6/17/2016 | 1 MINUTE READ

Robots, Robots, Robots

Facebook Share Icon LinkedIn Share Icon Twitter Share Icon Share by EMail icon Print Icon

Lately, I’ve noticed an increasing number of shops researching ways to implement various types of automation to improve their productivity through unattended operation.

Share

Facebook Share Icon LinkedIn Share Icon Twitter Share Icon Share by EMail icon Print Icon

Automation has been an important part of the manufacturing environment for quite some time, but it seems to occasionally catch a wave and become even more of a hot topic. Lately, I’ve noticed an increasing number of shops researching ways to implement various types of automation to improve their productivity through unattended operation, often in a move toward making parts 24/7 including lights-out shifts on nights and weekends.

Coincidentally or not, Production Machining has run four feature articles about robotics since March of this year. The first of these covered a traditional Ohio-based screw machine shop that worked with a system integrator and used its in-house expertise to create a sophisticated production cell to go along with its other automation forays. The machining cell replaced six vertical machining centers and processes 17 different parts with a spindle uptime of 85 percent. The previous machines had uptimes of only 40 percent. The robot is fed parts by a conveyor designed and built in-house. Check out “Moving Automation In” for more information.

Specifically addressing our Robotics emphasis in June, “Developing a Company Plan for Robotics” discusses ways shops can re-evaluate the impact this technology can have on productivity. The article compares different types of robotic systems relative to their necessary sub-systems, effects on operations, production rates, portability and safety.

Also from June, “Automated Grinding Cell Adds Capacity” is about a Pennsylvania-based shop that is adding operations to continue to compete in the difficult, high-volume market. While the article focuses more on the shop’s decision to augment traditional production techniques with effective grinding operations, the contributions of the robot in the grinding cell are significant—output has improved by 35 percent, and scrap rate has fallen from 15 percent to less than 1.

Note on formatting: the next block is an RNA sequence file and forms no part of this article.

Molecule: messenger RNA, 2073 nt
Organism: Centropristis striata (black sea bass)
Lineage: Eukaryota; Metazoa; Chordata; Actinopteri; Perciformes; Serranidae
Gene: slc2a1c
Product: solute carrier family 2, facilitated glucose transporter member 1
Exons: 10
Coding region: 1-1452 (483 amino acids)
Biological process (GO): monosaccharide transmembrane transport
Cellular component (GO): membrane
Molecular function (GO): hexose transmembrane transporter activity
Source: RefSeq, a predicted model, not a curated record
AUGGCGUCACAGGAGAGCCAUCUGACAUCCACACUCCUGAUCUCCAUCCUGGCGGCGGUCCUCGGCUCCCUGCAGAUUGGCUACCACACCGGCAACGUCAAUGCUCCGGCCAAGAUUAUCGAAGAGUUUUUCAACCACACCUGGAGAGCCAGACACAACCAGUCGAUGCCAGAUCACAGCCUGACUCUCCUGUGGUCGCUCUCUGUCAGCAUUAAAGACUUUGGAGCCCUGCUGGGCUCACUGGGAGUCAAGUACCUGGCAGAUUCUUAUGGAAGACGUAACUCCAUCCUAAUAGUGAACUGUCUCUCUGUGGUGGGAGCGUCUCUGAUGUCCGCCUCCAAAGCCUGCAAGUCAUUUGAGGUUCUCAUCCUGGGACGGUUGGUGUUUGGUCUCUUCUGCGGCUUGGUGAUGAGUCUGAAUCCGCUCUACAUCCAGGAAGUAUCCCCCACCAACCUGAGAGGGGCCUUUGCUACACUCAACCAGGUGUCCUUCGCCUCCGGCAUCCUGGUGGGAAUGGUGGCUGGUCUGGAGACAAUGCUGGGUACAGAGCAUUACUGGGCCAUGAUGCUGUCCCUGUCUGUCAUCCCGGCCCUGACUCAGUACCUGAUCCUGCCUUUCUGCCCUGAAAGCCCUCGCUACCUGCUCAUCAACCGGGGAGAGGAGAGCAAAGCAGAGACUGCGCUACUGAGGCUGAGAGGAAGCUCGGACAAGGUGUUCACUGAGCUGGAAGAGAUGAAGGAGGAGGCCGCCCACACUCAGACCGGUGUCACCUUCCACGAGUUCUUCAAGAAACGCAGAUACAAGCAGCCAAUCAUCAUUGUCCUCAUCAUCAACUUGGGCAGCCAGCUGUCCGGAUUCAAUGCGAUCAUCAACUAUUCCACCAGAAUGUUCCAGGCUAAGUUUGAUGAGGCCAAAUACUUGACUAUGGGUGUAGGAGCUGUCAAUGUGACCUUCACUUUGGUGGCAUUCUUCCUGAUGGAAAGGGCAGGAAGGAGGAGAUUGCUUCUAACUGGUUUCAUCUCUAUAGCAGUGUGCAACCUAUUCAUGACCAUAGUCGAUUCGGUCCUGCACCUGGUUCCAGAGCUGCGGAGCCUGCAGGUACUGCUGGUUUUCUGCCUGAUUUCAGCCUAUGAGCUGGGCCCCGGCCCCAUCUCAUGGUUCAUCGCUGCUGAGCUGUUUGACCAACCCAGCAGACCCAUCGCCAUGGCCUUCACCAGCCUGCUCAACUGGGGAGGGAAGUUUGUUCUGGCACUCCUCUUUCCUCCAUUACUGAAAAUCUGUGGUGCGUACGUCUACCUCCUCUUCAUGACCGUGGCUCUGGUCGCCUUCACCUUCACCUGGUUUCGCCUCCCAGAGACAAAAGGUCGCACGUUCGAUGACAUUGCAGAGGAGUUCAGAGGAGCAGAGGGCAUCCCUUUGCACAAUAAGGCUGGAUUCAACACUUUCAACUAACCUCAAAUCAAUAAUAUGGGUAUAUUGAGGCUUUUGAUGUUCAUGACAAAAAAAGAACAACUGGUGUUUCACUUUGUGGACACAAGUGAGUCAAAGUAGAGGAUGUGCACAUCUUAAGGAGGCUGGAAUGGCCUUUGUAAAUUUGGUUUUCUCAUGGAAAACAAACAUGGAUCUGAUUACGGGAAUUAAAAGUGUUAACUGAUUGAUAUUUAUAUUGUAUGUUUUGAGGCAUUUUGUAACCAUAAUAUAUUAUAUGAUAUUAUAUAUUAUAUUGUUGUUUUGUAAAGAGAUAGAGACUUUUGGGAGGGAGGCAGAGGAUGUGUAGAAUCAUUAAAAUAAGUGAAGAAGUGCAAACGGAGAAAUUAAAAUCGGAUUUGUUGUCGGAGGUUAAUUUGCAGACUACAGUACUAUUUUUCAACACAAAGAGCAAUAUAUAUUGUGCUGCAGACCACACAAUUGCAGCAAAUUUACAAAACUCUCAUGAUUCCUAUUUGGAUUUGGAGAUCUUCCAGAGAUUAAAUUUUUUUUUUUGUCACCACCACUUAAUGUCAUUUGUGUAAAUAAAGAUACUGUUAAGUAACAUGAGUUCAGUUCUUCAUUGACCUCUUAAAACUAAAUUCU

Our July issue, which is hitting the streets right now, features a story about a company that realized a need for robotic automation within its shop and developed a solution that became the root of a new business venture. “Flexible Automation on a VMC” looks at how the company uses robot loading and unloading of the actual workholding that is used in the machining center to facilitate the ability to change jobs during an unattended run.

Hand holding a crystal ball

We’d rather send you $15 than rely on our crystal ball…

It’s Capital Spending Survey season and the manufacturing industry is counting on you to participate! Odds are that you received our 5-minute Metalworking survey from Production Machining in your mail or email. Fill it out and we’ll email you $15 to exchange for your choice of gift card or charitable donation. Are you in the U.S. and not sure you received the survey? Contact us to access it.

Help us inform the industry and everybody benefits.

RELATED CONTENT

  • Handling Parts In A Robotic Cell

    Here’s a review of the workholding and workhandling challenges a shop faces as it moves a part through a robotic cell, from serving up the blanks to the transfer of the final workpiece to post processing and gaging. Productivity, Inc. takes the reader through a few of their cells that they've installed using Fanuc robots and a variety of other machine tool equipment.  

  • Bar Feed Considerations For High-Speed, Lights-Out Machining

    There are design elements incorporated into today’s 12-foot, magazine-load bar feeders that make them more useful for high-speed and untended operation. This article looks at some aspects to consider before purchasing a 12-foot bar feeder.

  • Bar Feeder Basics

    Some primary factors are often overlooked when considering how to justify the implementation of a bar feeder for turning operations.

Resources